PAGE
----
Forty years ago, eyes around the world focused on grainy black-and-white television sets to watch the first moon walk, but interest in the historic event and in the moon itself might be waning.
Ollie Washington had just graduated from high school in DeRidder, La., when he and family members gathered in the living room to watch man's first steps on the moon.
Those first steps by Neil Armstrong and all of the work leading up to it had such an impact on Mr. Washington, 57, that it steered him toward a career in electronic engineering.
That fervor and glamour has dwindled, said Mr. Washington, the director of the National Science Center's Army staff at Fort Discovery.
He recalled one time at Fort Discovery when he tried to direct a group of schoolchildren to a large screen showing the liftoff of a space shuttle, but they didn't express any interest.
Andy Hauger, the chairman of the Department of Chemistry and Physics at Augusta State University, said astronauts were rock stars at the time of the lunar landing.
"The personality of these guys is unbelievable," he said. They weren't nerdy, but instead cocky, competitive and comical, with a fighter pilot mentality. Rocket scientists held the same mystique.
"That was the coolest thing you could be," he said.
But the fascination with the space program, its scientists and the accomplishments of 1969 is fizzling, especially among younger generations, Dr. Hauger said. For most younger people, the date July 20, 1969, holds little significance and the Cold War isn't even a memory.
"People tend to get interested in the shuttle only when something bad happens," he said.
Dr. Hauger said people ask how putting a man on the moon will pay a mortgage or make life on Earth better, but back then it was quite an achievement for a nation to set such a lofty goal and accomplish it. Landing on the moon also led to tremendous scientific advancements used outside of the space program, he said.
Tedda Howard, a member of the Astronomy Club of Augusta, said she'd like to see the public become interested in space travel again.
"Although the moon hasn't seemed to be as 'popular' in discussion recently as when we launched to the moon in the '60s, there is certainly ever increasing focus, motivation and knowledge among space scientists toward travel to, permanent landing sites, and longer term habitats on the moon for further discovery," she stated in an e-mail.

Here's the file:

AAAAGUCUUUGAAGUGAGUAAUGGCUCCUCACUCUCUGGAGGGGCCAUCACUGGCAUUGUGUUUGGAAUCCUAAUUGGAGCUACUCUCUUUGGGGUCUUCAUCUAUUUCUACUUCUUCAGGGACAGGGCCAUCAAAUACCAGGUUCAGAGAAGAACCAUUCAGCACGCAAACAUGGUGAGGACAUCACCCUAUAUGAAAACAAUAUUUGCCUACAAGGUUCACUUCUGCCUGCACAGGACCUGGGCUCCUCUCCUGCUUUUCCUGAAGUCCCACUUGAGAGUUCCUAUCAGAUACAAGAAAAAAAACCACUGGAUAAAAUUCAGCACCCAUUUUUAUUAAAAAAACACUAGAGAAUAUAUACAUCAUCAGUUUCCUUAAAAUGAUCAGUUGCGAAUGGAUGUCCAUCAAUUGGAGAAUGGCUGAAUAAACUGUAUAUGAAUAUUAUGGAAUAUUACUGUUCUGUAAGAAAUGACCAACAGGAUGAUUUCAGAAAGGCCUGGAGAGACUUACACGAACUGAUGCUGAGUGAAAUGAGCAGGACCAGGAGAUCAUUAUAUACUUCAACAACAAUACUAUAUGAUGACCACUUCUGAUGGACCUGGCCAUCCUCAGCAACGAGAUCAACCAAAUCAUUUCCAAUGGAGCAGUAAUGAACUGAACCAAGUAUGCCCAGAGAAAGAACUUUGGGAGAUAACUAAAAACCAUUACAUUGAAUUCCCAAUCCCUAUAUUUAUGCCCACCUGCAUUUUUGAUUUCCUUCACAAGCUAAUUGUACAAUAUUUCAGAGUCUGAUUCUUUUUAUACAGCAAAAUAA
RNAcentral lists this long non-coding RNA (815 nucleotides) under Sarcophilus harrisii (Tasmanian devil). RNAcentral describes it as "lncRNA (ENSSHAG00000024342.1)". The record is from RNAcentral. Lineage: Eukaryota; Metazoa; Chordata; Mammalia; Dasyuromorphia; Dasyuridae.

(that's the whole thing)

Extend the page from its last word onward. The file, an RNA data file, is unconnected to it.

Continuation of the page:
"There's a lot for adults and children to be learning and a lot of fun ways for them to learn it. It just seems that our schools have not included much on astronomy," she wrote.
One place where the moon continues to be popular is at USC Aiken's Dupont Planetarium and Observatory.
Director Gary Senn says the crater-marked landscape still elicits high interest. Two other extraterrestrial bodies are close competitors.
"I would say actually that Saturn, Mars and the moon have about the same level of interest from people," he said.
Dr. Senn said today's climate is much different from that of the 1960s.
"Back then, we were in the heat of the Cold War and there was this space race that was going on," he said.
He said many countries are working together on space exploration now, including collaboration on the international space station.
"I think there's still interest, but some of what spawned the extra exuberance is not there," he said.
Reach Greg Gelpi and Preston Sparks at (706) 724-0851.
A CLOSER LOOK
USC Aiken's Dupont Planetarium, 471 University Parkway, is offering a presentation it produced called To the Moon and Beyond. The program, which will be offered at 8 and 9 p.m. Saturday, features the past, present and future of lunar exploration. Tickets cost $4.50 for adults, $3.50 for seniors and $2.50 for students K-12.
For more information, call the planetarium at (803) 641-3769.